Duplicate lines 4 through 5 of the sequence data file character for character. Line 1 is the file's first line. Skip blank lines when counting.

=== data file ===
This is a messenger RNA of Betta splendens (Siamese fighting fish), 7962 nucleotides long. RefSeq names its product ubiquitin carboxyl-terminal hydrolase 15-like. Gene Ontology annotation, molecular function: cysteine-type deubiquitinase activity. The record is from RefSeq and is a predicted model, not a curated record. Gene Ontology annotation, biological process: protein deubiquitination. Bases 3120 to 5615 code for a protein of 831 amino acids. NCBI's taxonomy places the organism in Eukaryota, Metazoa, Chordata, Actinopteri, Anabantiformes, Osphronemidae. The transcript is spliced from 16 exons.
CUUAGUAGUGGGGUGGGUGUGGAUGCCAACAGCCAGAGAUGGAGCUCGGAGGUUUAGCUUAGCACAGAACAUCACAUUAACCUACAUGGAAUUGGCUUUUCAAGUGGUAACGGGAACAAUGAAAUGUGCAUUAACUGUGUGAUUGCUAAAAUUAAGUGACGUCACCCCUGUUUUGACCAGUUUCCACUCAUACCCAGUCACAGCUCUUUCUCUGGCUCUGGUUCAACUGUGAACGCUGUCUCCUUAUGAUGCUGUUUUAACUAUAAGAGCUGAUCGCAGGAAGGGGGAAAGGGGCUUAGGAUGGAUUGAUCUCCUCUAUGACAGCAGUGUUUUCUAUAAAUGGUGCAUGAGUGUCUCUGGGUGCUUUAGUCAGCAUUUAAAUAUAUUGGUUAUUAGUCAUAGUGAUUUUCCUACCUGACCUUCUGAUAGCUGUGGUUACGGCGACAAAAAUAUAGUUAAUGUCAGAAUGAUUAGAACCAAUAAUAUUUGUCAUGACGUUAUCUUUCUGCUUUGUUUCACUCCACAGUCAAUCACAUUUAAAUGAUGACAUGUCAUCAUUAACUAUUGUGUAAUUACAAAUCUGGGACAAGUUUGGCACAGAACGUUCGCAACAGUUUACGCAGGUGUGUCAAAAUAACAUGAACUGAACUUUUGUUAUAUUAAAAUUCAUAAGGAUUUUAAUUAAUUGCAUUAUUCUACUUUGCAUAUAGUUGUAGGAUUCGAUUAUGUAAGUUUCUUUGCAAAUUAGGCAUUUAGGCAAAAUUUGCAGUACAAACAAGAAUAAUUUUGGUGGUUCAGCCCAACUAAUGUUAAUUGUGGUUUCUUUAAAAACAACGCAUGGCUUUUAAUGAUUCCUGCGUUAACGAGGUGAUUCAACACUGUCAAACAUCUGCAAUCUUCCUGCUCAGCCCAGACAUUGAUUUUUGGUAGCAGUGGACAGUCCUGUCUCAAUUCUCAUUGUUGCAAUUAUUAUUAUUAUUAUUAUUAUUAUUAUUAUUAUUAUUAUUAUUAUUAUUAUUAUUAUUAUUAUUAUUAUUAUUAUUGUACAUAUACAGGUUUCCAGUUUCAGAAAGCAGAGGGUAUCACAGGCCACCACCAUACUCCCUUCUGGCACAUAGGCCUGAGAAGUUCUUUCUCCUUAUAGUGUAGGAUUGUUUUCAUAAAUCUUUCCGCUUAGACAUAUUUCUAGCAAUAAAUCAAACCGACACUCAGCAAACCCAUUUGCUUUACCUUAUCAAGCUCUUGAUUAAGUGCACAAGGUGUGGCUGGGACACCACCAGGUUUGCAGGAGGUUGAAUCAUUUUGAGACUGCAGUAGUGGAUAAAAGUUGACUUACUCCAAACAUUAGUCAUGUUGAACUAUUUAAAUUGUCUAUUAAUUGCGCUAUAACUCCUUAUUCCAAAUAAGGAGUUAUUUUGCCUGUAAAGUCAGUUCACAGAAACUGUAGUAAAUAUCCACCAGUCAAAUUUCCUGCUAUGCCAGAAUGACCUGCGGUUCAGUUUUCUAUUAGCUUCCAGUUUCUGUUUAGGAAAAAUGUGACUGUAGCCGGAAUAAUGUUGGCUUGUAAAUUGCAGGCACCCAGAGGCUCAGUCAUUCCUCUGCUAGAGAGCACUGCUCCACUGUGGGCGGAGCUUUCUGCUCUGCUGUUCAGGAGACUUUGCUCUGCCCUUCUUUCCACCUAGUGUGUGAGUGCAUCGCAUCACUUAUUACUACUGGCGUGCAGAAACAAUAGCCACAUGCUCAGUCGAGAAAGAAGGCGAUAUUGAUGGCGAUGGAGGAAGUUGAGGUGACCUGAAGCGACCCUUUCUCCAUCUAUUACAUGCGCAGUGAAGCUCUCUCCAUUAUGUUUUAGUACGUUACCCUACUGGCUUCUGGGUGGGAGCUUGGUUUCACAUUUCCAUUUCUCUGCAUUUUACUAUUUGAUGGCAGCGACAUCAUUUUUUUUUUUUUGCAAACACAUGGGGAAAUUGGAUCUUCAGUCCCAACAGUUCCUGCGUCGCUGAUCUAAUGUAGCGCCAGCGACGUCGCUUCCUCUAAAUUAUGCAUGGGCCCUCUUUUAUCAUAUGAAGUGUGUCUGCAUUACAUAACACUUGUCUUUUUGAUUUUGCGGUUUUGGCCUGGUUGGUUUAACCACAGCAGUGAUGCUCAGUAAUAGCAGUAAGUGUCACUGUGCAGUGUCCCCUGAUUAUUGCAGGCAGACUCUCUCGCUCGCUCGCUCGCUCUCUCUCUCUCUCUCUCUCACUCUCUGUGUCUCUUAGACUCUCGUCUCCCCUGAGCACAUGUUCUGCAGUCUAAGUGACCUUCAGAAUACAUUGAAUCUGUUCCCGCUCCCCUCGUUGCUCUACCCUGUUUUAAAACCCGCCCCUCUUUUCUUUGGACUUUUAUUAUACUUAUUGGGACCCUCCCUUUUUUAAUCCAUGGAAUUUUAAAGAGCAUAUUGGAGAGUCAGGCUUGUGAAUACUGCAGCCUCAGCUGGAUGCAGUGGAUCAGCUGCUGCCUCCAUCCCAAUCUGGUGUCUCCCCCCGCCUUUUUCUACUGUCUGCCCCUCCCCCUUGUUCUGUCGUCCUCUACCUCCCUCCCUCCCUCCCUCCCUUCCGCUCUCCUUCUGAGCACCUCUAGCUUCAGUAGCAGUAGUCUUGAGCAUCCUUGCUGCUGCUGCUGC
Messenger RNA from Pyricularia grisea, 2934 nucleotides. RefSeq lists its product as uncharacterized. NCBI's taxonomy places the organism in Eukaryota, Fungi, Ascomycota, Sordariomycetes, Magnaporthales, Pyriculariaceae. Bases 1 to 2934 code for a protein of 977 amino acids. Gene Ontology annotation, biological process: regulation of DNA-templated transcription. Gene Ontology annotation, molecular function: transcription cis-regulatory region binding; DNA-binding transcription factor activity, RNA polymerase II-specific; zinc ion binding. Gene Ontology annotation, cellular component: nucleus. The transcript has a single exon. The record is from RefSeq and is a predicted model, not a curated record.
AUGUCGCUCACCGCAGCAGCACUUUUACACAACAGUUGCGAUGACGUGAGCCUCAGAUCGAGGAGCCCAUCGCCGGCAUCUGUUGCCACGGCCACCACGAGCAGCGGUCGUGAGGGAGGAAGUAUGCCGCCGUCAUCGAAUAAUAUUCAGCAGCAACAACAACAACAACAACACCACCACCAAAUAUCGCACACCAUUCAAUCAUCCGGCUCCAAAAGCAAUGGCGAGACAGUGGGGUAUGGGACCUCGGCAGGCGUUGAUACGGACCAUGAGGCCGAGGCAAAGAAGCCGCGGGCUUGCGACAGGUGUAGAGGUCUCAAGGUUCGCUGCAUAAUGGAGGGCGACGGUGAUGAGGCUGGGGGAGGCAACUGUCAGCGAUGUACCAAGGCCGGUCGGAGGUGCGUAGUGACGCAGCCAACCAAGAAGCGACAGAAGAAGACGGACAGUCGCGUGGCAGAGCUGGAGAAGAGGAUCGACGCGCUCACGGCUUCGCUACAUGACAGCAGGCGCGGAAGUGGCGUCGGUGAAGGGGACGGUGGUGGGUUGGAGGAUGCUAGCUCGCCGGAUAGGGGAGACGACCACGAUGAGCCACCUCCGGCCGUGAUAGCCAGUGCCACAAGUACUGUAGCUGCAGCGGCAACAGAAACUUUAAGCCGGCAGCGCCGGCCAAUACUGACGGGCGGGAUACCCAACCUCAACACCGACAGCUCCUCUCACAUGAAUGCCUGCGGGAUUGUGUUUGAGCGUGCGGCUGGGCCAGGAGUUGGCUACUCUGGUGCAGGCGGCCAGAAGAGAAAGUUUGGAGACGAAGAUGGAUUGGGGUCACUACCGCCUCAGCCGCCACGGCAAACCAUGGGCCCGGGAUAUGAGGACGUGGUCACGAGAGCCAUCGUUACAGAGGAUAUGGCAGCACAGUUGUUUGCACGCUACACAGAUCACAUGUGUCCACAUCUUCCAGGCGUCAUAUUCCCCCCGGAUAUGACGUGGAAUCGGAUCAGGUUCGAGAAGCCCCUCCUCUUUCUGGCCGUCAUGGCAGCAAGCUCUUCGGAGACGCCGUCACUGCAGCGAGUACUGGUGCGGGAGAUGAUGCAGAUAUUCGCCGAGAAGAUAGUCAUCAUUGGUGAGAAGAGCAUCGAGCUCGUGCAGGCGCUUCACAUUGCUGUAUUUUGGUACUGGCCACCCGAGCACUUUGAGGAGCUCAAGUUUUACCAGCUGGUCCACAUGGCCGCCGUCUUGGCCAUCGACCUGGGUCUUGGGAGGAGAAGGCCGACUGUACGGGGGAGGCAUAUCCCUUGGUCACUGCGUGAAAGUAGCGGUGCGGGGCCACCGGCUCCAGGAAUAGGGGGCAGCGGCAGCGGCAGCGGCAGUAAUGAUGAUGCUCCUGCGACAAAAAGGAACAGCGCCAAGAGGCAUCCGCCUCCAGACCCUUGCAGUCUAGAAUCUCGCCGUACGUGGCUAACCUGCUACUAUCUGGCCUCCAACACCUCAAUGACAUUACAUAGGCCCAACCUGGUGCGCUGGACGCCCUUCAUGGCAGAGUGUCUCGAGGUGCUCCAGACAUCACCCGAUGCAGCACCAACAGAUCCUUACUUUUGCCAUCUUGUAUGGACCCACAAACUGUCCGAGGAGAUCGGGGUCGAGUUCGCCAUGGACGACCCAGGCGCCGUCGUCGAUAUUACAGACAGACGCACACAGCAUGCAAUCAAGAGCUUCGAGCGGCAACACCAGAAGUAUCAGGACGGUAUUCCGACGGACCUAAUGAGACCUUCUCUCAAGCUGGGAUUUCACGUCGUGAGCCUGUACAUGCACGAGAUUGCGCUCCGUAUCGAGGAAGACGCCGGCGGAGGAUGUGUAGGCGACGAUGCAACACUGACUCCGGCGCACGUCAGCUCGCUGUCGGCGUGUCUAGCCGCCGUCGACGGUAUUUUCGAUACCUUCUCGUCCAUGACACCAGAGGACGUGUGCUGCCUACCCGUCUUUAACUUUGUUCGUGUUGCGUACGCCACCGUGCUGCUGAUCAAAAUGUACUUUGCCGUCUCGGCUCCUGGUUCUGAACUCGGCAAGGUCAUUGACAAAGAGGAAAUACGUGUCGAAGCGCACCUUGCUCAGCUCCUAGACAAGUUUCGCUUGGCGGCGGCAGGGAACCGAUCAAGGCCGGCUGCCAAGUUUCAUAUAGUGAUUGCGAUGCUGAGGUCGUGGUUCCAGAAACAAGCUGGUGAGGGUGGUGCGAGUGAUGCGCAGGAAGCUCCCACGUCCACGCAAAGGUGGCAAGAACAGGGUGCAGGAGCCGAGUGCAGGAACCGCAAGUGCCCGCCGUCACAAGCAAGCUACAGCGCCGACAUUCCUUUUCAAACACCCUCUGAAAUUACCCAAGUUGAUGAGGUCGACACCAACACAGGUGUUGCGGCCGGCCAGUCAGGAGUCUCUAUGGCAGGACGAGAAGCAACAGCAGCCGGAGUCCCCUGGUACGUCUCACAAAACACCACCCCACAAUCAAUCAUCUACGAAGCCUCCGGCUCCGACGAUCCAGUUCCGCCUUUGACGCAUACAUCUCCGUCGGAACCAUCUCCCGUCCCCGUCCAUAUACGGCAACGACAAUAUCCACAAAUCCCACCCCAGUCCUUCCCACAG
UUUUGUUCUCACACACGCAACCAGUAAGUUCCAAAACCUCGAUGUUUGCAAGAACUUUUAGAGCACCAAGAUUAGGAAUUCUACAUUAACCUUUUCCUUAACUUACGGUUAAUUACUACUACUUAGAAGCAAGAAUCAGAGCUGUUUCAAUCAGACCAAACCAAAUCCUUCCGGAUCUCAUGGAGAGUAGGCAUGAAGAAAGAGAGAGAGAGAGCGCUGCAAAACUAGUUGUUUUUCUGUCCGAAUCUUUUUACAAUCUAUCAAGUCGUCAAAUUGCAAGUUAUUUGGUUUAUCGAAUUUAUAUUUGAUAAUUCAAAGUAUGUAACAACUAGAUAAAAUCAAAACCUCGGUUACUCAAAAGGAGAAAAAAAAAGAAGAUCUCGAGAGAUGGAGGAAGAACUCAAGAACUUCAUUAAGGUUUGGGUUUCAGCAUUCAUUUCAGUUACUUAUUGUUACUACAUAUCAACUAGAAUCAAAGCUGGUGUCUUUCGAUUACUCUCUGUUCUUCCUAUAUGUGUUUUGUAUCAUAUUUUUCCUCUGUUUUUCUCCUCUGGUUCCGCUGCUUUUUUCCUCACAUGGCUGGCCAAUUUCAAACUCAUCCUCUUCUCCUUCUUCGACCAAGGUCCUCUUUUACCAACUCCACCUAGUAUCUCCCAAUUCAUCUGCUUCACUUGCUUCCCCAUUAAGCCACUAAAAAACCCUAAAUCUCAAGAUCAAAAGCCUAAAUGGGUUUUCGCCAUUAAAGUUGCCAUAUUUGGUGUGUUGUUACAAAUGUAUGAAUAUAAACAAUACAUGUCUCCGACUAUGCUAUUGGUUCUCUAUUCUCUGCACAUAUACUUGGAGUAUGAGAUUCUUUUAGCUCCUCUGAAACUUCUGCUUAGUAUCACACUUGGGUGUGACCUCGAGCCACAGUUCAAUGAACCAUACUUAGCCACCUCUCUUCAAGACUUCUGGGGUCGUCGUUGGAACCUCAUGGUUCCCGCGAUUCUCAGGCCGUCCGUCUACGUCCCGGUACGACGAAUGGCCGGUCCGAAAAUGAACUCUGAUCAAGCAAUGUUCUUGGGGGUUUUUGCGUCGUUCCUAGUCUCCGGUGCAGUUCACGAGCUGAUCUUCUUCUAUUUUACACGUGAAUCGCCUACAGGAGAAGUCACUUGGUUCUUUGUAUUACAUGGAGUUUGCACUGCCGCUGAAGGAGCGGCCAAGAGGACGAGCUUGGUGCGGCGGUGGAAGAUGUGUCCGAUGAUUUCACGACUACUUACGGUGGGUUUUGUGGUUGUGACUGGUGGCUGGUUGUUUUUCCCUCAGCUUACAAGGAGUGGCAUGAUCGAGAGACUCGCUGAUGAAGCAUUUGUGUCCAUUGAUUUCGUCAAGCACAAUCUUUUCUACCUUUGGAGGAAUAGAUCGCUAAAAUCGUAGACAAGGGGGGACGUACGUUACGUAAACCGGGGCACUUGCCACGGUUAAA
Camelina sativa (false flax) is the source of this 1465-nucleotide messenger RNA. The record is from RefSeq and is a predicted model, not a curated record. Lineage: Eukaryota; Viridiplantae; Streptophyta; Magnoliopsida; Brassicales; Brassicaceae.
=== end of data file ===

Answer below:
AUGUCGCUCACCGCAGCAGCACUUUUACACAACAGUUGCGAUGACGUGAGCCUCAGAUCGAGGAGCCCAUCGCCGGCAUCUGUUGCCACGGCCACCACGAGCAGCGGUCGUGAGGGAGGAAGUAUGCCGCCGUCAUCGAAUAAUAUUCAGCAGCAACAACAACAACAACAACACCACCACCAAAUAUCGCACACCAUUCAAUCAUCCGGCUCCAAAAGCAAUGGCGAGACAGUGGGGUAUGGGACCUCGGCAGGCGUUGAUACGGACCAUGAGGCCGAGGCAAAGAAGCCGCGGGCUUGCGACAGGUGUAGAGGUCUCAAGGUUCGCUGCAUAAUGGAGGGCGACGGUGAUGAGGCUGGGGGAGGCAACUGUCAGCGAUGUACCAAGGCCGGUCGGAGGUGCGUAGUGACGCAGCCAACCAAGAAGCGACAGAAGAAGACGGACAGUCGCGUGGCAGAGCUGGAGAAGAGGAUCGACGCGCUCACGGCUUCGCUACAUGACAGCAGGCGCGGAAGUGGCGUCGGUGAAGGGGACGGUGGUGGGUUGGAGGAUGCUAGCUCGCCGGAUAGGGGAGACGACCACGAUGAGCCACCUCCGGCCGUGAUAGCCAGUGCCACAAGUACUGUAGCUGCAGCGGCAACAGAAACUUUAAGCCGGCAGCGCCGGCCAAUACUGACGGGCGGGAUACCCAACCUCAACACCGACAGCUCCUCUCACAUGAAUGCCUGCGGGAUUGUGUUUGAGCGUGCGGCUGGGCCAGGAGUUGGCUACUCUGGUGCAGGCGGCCAGAAGAGAAAGUUUGGAGACGAAGAUGGAUUGGGGUCACUACCGCCUCAGCCGCCACGGCAAACCAUGGGCCCGGGAUAUGAGGACGUGGUCACGAGAGCCAUCGUUACAGAGGAUAUGGCAGCACAGUUGUUUGCACGCUACACAGAUCACAUGUGUCCACAUCUUCCAGGCGUCAUAUUCCCCCCGGAUAUGACGUGGAAUCGGAUCAGGUUCGAGAAGCCCCUCCUCUUUCUGGCCGUCAUGGCAGCAAGCUCUUCGGAGACGCCGUCACUGCAGCGAGUACUGGUGCGGGAGAUGAUGCAGAUAUUCGCCGAGAAGAUAGUCAUCAUUGGUGAGAAGAGCAUCGAGCUCGUGCAGGCGCUUCACAUUGCUGUAUUUUGGUACUGGCCACCCGAGCACUUUGAGGAGCUCAAGUUUUACCAGCUGGUCCACAUGGCCGCCGUCUUGGCCAUCGACCUGGGUCUUGGGAGGAGAAGGCCGACUGUACGGGGGAGGCAUAUCCCUUGGUCACUGCGUGAAAGUAGCGGUGCGGGGCCACCGGCUCCAGGAAUAGGGGGCAGCGGCAGCGGCAGCGGCAGUAAUGAUGAUGCUCCUGCGACAAAAAGGAACAGCGCCAAGAGGCAUCCGCCUCCAGACCCUUGCAGUCUAGAAUCUCGCCGUACGUGGCUAACCUGCUACUAUCUGGCCUCCAACACCUCAAUGACAUUACAUAGGCCCAACCUGGUGCGCUGGACGCCCUUCAUGGCAGAGUGUCUCGAGGUGCUCCAGACAUCACCCGAUGCAGCACCAACAGAUCCUUACUUUUGCCAUCUUGUAUGGACCCACAAACUGUCCGAGGAGAUCGGGGUCGAGUUCGCCAUGGACGACCCAGGCGCCGUCGUCGAUAUUACAGACAGACGCACACAGCAUGCAAUCAAGAGCUUCGAGCGGCAACACCAGAAGUAUCAGGACGGUAUUCCGACGGACCUAAUGAGACCUUCUCUCAAGCUGGGAUUUCACGUCGUGAGCCUGUACAUGCACGAGAUUGCGCUCCGUAUCGAGGAAGACGCCGGCGGAGGAUGUGUAGGCGACGAUGCAACACUGACUCCGGCGCACGUCAGCUCGCUGUCGGCGUGUCUAGCCGCCGUCGACGGUAUUUUCGAUACCUUCUCGUCCAUGACACCAGAGGACGUGUGCUGCCUACCCGUCUUUAACUUUGUUCGUGUUGCGUACGCCACCGUGCUGCUGAUCAAAAUGUACUUUGCCGUCUCGGCUCCUGGUUCUGAACUCGGCAAGGUCAUUGACAAAGAGGAAAUACGUGUCGAAGCGCACCUUGCUCAGCUCCUAGACAAGUUUCGCUUGGCGGCGGCAGGGAACCGAUCAAGGCCGGCUGCCAAGUUUCAUAUAGUGAUUGCGAUGCUGAGGUCGUGGUUCCAGAAACAAGCUGGUGAGGGUGGUGCGAGUGAUGCGCAGGAAGCUCCCACGUCCACGCAAAGGUGGCAAGAACAGGGUGCAGGAGCCGAGUGCAGGAACCGCAAGUGCCCGCCGUCACAAGCAAGCUACAGCGCCGACAUUCCUUUUCAAACACCCUCUGAAAUUACCCAAGUUGAUGAGGUCGACACCAACACAGGUGUUGCGGCCGGCCAGUCAGGAGUCUCUAUGGCAGGACGAGAAGCAACAGCAGCCGGAGUCCCCUGGUACGUCUCACAAAACACCACCCCACAAUCAAUCAUCUACGAAGCCUCCGGCUCCGACGAUCCAGUUCCGCCUUUGACGCAUACAUCUCCGUCGGAACCAUCUCCCGUCCCCGUCCAUAUACGGCAACGACAAUAUCCACAAAUCCCACCCCAGUCCUUCCCACAG
UUUUGUUCUCACACACGCAACCAGUAAGUUCCAAAACCUCGAUGUUUGCAAGAACUUUUAGAGCACCAAGAUUAGGAAUUCUACAUUAACCUUUUCCUUAACUUACGGUUAAUUACUACUACUUAGAAGCAAGAAUCAGAGCUGUUUCAAUCAGACCAAACCAAAUCCUUCCGGAUCUCAUGGAGAGUAGGCAUGAAGAAAGAGAGAGAGAGAGCGCUGCAAAACUAGUUGUUUUUCUGUCCGAAUCUUUUUACAAUCUAUCAAGUCGUCAAAUUGCAAGUUAUUUGGUUUAUCGAAUUUAUAUUUGAUAAUUCAAAGUAUGUAACAACUAGAUAAAAUCAAAACCUCGGUUACUCAAAAGGAGAAAAAAAAAGAAGAUCUCGAGAGAUGGAGGAAGAACUCAAGAACUUCAUUAAGGUUUGGGUUUCAGCAUUCAUUUCAGUUACUUAUUGUUACUACAUAUCAACUAGAAUCAAAGCUGGUGUCUUUCGAUUACUCUCUGUUCUUCCUAUAUGUGUUUUGUAUCAUAUUUUUCCUCUGUUUUUCUCCUCUGGUUCCGCUGCUUUUUUCCUCACAUGGCUGGCCAAUUUCAAACUCAUCCUCUUCUCCUUCUUCGACCAAGGUCCUCUUUUACCAACUCCACCUAGUAUCUCCCAAUUCAUCUGCUUCACUUGCUUCCCCAUUAAGCCACUAAAAAACCCUAAAUCUCAAGAUCAAAAGCCUAAAUGGGUUUUCGCCAUUAAAGUUGCCAUAUUUGGUGUGUUGUUACAAAUGUAUGAAUAUAAACAAUACAUGUCUCCGACUAUGCUAUUGGUUCUCUAUUCUCUGCACAUAUACUUGGAGUAUGAGAUUCUUUUAGCUCCUCUGAAACUUCUGCUUAGUAUCACACUUGGGUGUGACCUCGAGCCACAGUUCAAUGAACCAUACUUAGCCACCUCUCUUCAAGACUUCUGGGGUCGUCGUUGGAACCUCAUGGUUCCCGCGAUUCUCAGGCCGUCCGUCUACGUCCCGGUACGACGAAUGGCCGGUCCGAAAAUGAACUCUGAUCAAGCAAUGUUCUUGGGGGUUUUUGCGUCGUUCCUAGUCUCCGGUGCAGUUCACGAGCUGAUCUUCUUCUAUUUUACACGUGAAUCGCCUACAGGAGAAGUCACUUGGUUCUUUGUAUUACAUGGAGUUUGCACUGCCGCUGAAGGAGCGGCCAAGAGGACGAGCUUGGUGCGGCGGUGGAAGAUGUGUCCGAUGAUUUCACGACUACUUACGGUGGGUUUUGUGGUUGUGACUGGUGGCUGGUUGUUUUUCCCUCAGCUUACAAGGAGUGGCAUGAUCGAGAGACUCGCUGAUGAAGCAUUUGUGUCCAUUGAUUUCGUCAAGCACAAUCUUUUCUACCUUUGGAGGAAUAGAUCGCUAAAAUCGUAGACAAGGGGGGACGUACGUUACGUAAACCGGGGCACUUGCCACGGUUAAA